You’ll also need to consider factors like your area’s soil type, the local climate, and your budget. Talk to a professional contractor or structural engineer to get a better idea about which foundation is right for your shipping container plans.
The Best Short-Term Foundations for Shipping Containers
If your shipping container is not going to stay in the location forever and in a matter of weeks or months, you’re going to move it, you’ll want to look into a temporary foundation.
One of the temporary foundations for shipping containers is called blocking. Blocking is when you prop your shipping container on top of a foundation of concrete blocks. The weight of the shipping container should keep the concrete foundation blocks firmly in place. Try not to stack too many concrete blocks on top of each other. The higher you stack your foundation blocks beneath your shipping container, the less sturdy the foundation will be.
Another solution you could try is resting your shipping container on a series of railroad ties. Railroad ties are rectangular pieces of wood used to support the rails along railway tracks and are used to keep shipping containers off of the ground.
Cement blocks and railroad ties will raise your shipping container off the ground, which will prevent water from pooling around the bottom and causing corrosion. The foundation styles can also make moving your shipping container a little easier when you no longer need it to be in that location. The materials aren’t attached to the container, so the container can be picked up with a forklift or crane without difficulty.
The Best Long-Term Foundations for Shipping Containers
If your shipping container is going to stay in the same spot long term, you’ll want to rest it on a foundation that will keep it level and away from groundwater permanently.
Long-term foundation options are especially important when you’re building a shipping container house. You should never use a short-term foundation option on a shipping container house. A short-term foundation can’t offer long-term support, and when used longer than intended, can result in shipping container damage that could prove costly. You might also find that your local zoning regulations only allow shipping container houses that are on permanent foundations. Houses without these foundations will be considered zoning violations.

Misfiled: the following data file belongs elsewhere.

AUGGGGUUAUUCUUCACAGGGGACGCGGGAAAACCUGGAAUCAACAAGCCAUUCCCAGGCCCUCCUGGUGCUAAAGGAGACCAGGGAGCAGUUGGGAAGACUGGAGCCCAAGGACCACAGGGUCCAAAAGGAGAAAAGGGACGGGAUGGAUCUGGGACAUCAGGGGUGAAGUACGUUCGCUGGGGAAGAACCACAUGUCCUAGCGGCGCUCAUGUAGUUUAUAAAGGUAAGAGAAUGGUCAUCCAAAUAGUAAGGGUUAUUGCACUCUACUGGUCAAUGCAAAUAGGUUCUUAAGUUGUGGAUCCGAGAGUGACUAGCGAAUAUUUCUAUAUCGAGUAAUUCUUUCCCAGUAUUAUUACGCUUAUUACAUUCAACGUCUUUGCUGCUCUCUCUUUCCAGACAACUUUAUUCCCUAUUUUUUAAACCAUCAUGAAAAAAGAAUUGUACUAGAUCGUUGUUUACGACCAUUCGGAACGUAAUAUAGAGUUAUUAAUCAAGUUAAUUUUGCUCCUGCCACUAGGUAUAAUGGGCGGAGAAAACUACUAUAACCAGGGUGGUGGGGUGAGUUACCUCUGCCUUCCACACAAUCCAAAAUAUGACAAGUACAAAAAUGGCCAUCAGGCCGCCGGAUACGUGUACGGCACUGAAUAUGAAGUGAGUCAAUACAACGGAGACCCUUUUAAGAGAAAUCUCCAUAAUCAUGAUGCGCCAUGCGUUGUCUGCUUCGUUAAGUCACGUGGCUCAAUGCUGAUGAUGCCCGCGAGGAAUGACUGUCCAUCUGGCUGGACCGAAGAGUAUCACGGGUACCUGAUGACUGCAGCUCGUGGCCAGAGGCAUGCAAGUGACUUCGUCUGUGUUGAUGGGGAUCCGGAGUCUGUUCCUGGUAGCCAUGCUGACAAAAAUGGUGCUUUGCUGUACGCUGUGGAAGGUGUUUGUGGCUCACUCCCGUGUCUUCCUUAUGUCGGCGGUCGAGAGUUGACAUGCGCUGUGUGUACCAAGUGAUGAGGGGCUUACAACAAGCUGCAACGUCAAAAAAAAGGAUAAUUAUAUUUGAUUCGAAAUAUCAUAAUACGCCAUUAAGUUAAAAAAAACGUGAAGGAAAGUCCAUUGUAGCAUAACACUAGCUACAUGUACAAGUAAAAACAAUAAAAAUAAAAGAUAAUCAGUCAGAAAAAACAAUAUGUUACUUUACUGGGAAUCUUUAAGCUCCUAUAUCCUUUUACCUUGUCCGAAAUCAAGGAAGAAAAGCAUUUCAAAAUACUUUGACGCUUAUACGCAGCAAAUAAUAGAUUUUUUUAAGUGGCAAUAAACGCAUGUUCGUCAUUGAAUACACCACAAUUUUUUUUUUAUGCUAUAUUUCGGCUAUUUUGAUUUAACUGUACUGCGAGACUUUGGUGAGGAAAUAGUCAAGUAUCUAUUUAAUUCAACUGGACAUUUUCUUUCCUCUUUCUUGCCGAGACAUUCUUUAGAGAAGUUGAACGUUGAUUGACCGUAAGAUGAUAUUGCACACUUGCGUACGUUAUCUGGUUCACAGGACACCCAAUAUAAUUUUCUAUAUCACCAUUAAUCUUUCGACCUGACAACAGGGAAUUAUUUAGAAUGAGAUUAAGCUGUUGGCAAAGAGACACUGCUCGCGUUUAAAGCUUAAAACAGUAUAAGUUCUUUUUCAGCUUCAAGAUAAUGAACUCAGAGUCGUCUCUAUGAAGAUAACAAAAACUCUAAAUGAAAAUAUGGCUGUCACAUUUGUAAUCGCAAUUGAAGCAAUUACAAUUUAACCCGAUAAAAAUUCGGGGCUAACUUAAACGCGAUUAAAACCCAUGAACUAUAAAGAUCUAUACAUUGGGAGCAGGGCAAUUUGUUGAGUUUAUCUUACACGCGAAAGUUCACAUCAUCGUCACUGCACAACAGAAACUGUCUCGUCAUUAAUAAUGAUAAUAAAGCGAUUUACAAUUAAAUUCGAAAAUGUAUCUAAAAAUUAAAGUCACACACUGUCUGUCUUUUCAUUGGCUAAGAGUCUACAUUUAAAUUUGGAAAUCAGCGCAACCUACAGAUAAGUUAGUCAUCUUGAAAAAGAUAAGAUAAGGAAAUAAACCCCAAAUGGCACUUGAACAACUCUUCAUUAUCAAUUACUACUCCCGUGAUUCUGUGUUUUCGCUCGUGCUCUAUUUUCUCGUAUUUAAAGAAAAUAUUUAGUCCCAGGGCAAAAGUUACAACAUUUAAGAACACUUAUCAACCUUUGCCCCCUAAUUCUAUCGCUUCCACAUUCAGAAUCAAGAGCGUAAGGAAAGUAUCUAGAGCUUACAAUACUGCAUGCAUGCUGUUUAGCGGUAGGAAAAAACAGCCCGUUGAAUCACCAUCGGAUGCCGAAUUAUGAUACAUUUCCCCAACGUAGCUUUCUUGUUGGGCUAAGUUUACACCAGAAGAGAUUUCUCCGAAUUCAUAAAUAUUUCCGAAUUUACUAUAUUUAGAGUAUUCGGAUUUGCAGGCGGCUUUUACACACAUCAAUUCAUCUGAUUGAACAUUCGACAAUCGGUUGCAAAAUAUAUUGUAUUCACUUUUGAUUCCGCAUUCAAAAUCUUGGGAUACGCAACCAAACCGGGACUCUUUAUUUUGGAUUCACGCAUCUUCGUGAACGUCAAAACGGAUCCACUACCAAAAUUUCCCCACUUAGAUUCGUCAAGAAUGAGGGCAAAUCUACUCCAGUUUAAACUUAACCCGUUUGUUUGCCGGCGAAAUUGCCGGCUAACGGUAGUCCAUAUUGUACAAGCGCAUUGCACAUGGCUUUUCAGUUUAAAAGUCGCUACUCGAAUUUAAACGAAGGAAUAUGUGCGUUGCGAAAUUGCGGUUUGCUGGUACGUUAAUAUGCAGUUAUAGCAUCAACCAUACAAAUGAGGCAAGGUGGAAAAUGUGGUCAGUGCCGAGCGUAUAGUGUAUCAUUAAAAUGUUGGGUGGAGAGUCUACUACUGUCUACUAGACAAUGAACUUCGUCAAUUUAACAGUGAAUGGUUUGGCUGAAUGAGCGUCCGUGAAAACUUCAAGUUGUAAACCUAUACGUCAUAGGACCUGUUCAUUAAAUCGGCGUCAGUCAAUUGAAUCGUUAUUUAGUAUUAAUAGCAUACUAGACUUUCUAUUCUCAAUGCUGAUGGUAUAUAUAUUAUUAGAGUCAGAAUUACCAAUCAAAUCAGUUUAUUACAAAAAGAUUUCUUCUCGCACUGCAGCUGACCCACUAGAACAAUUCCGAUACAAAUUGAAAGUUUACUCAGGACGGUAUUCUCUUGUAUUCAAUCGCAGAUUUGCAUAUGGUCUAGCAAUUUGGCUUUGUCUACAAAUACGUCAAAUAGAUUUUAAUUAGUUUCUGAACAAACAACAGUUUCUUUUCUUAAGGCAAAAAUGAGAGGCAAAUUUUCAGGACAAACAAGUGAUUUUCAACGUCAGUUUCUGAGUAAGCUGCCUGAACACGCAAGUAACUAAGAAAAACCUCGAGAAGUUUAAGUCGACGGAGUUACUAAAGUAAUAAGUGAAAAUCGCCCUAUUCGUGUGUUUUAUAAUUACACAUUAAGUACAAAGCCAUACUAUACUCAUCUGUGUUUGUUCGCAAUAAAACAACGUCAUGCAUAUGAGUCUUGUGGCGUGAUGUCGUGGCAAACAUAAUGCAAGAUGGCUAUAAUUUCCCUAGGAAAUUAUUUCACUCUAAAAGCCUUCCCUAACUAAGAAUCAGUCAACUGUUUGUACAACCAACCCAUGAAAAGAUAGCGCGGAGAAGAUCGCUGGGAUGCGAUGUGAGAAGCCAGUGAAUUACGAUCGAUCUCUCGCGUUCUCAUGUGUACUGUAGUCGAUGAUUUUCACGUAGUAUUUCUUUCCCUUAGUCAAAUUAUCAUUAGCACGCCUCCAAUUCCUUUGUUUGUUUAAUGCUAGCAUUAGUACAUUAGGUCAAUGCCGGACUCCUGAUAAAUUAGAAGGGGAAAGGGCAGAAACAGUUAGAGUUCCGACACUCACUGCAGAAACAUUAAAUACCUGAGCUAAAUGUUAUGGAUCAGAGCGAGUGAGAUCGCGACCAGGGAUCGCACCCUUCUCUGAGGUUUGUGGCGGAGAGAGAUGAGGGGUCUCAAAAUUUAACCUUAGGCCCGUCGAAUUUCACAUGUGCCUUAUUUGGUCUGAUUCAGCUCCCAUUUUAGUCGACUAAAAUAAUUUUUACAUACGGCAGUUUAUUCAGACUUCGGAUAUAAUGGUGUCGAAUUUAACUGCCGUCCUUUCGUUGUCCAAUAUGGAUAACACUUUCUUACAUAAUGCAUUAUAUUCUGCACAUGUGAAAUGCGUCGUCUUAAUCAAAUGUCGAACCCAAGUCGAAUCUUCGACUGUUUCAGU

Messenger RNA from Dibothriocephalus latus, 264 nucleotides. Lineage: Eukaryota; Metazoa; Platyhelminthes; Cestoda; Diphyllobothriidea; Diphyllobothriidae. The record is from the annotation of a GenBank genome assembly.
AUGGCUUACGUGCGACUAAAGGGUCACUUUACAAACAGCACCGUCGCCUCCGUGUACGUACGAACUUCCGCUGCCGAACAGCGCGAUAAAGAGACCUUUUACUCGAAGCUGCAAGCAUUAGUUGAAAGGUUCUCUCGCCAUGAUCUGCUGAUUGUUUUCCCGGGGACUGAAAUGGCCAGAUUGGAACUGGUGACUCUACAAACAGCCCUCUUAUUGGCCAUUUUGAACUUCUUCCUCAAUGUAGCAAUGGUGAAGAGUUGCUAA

Concrete Slab Foundation
A concrete slab foundation is a thick barrier between the bottom of your shipping container and the ground, which can protect it from corrosion, water intrusion, and pest infestation. This will be one of the more expensive foundation options for a shipping container.
Concrete Strip Foundation
Another long-term solution is a concrete strip foundation (also known as a trench foundation). It is made of a series of sunken concrete walls instead of one full slab. One of the biggest advantages of this foundation style for shipping container homes is that it leaves room for utility lines and plumbing to go beneath the house.
A pile foundation is made up of solid steel piles (cylindrical tubes) that are driven deep into the ground and capped with concrete. It is an ideal foundation style for shipping container homes in regions with softer soil.
A pier foundation is a very popular foundation for shipping container homes and other permanent structures. It is very similar to a pile foundation. Cylindrical concrete piers (often reinforced with steel) are placed into the ground until they rest on compact soil. Each pier supports a shipping container corner, and sometimes its middle points for stronger weight distribution.
Don’t risk cutting corners when choosing a foundation for your shipping container. By following the steps outlined, you can ensure that your container has a solid foundation that is level, removed from groundwater, and properly anchored. Taking the time to plan and execute a proper foundation will increase the lifespan of your shipping container, whether you are using it for storage, as a home, or for any other purpose.